Dr. Jacoby sees every new patient, often consulting with Dr. McKenna by e-mail or in real time using video conferencing technology. Dr. McKenna visits New Haven several times a year to see patients in person. In addition, the multidisciplinary team of physicians includes geneticist Margretta Seashore, pediatric cardiologist Kevin Hall, and adult cardiac specialists Joseph Brennan, Jude Clancy and Michael Cleman.
New patients provide a detailed family history and undergo a physical examination by a cardiologist, including an electrocardiogram and echocardiogram. Some get an MRI and stress test. Depending on the diagnosis, they may be monitored in follow-up visits, given medications to improve heart function or reduce symptoms, or, in critical cases, be referred to a Yale specialist for an ablation procedure or defibrillator placement.
Prevalence of heart problems in the family tree, or even signs and symptoms of the cardiomyopathy alone provide clues to a genetic diagnosis. Those patients see Dr. Seashore, director of the Genetic Consultation Service for Yale Medical Group. Her ability to help define or exclude a genetic cause using a blood sample varies with the many types of cardiomyopathy.
“In some patients, the mutations are very predictive; in others it may be a case of more than one gene collaborating and an individual mutation may not be predictive,” Dr. Seashore says. “We hope to provide patients and families with useful information to help them plan their medical care and provide information to other family members who may be at risk. The other thing we are doing is looking for new mutations and new genes using newer genetic technology such as whole exome sequencing. These are things we want to clarify with the research studies.”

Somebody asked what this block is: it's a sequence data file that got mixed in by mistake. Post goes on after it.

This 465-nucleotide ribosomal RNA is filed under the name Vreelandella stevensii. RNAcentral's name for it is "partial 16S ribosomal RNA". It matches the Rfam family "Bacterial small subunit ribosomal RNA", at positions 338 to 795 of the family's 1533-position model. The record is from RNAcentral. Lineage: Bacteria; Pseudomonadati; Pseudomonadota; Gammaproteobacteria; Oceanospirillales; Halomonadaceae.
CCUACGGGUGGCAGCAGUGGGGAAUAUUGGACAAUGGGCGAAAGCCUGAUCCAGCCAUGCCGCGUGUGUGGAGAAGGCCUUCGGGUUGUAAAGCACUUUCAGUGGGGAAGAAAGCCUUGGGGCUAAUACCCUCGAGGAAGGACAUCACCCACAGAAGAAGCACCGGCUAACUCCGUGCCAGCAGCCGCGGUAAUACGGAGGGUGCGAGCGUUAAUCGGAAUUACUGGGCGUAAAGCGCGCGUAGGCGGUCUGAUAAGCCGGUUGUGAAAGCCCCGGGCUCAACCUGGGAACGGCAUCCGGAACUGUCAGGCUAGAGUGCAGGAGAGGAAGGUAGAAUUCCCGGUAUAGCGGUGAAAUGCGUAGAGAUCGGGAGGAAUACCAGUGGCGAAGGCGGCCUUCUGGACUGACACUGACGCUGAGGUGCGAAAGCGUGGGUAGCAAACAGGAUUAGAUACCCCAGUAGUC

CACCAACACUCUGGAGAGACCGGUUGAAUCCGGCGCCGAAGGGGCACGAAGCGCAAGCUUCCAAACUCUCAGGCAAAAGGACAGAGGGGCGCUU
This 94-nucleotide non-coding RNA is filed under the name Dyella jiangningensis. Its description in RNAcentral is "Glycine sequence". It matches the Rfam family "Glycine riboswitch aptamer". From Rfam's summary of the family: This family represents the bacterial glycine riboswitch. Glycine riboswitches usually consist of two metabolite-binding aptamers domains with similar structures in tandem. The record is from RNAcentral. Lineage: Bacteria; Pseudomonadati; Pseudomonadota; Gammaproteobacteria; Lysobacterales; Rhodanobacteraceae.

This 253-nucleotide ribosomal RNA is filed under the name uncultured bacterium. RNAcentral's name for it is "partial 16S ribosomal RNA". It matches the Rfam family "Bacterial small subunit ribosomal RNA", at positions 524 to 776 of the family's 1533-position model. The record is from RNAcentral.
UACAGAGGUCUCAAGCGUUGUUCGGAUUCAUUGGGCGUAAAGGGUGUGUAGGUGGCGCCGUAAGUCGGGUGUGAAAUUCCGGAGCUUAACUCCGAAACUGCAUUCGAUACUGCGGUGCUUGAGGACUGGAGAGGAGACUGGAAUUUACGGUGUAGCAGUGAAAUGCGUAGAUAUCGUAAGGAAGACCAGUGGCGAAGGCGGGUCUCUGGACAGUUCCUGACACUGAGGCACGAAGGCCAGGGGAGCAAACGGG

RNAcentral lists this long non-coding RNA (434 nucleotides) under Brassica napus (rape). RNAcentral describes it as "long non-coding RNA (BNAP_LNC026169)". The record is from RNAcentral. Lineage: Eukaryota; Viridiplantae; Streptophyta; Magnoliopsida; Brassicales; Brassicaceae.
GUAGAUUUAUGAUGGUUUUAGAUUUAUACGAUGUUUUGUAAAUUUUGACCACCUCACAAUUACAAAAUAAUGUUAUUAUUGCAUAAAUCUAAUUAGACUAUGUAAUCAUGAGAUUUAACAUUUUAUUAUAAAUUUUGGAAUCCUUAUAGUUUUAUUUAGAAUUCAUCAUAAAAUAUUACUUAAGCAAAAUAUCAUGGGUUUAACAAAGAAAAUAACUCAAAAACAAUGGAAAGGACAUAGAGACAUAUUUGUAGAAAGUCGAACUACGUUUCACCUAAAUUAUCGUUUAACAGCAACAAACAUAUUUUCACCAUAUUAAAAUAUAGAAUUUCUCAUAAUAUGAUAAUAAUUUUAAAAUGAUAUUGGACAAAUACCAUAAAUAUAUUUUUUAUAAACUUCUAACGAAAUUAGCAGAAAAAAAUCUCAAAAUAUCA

Both Dr. Jacoby and Dr. McKenna are also conducting research they expect will improve clinical care over time. In the meantime, Dr. Jacoby has a straightforward message for patients: “If you have someone close to you in your family, your mother, brother, son or daughter who developed heart disease at a young age, you should be screened by someone who knows what they’re looking for.”
Story by Kathy Katella
Photos by Robert Lisak
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Dr. William McKenna’s trips across the Atlantic Ocean is a result of a larger Yale University and University College London (UCL) transatlantic partnership in biomedical research and clinical care.
The collaboration is the brainchild of Yale’s Michael Simons, MD, and UCL’s John Martin, MD, both distinguished heart researchers and physicians. In addition to exchanging expert physicians to treat individual cases at each site, collaborators expect to use telemedicine technology to share clinical information and expertise among themselves, and eventually with other institutions around the world.
Dr. McKenna hopes the partnership will not only help patients in the Yale cardiomyopathy clinic, but also contribute to the development of device-manufacturing businesses in Europe, where he says it is easier to test new products such as valves and stents that make it easier to treat heart disease.
Cardiomyopathy differs from many of the other heart disorders in that it often occurs in young people, it tends to be progressive and worsen quickly, and it may be related to diseases involving other organs. People with cardiomyopathy may never notice any symptoms or may experience them only late in their disease. Those symptoms may include: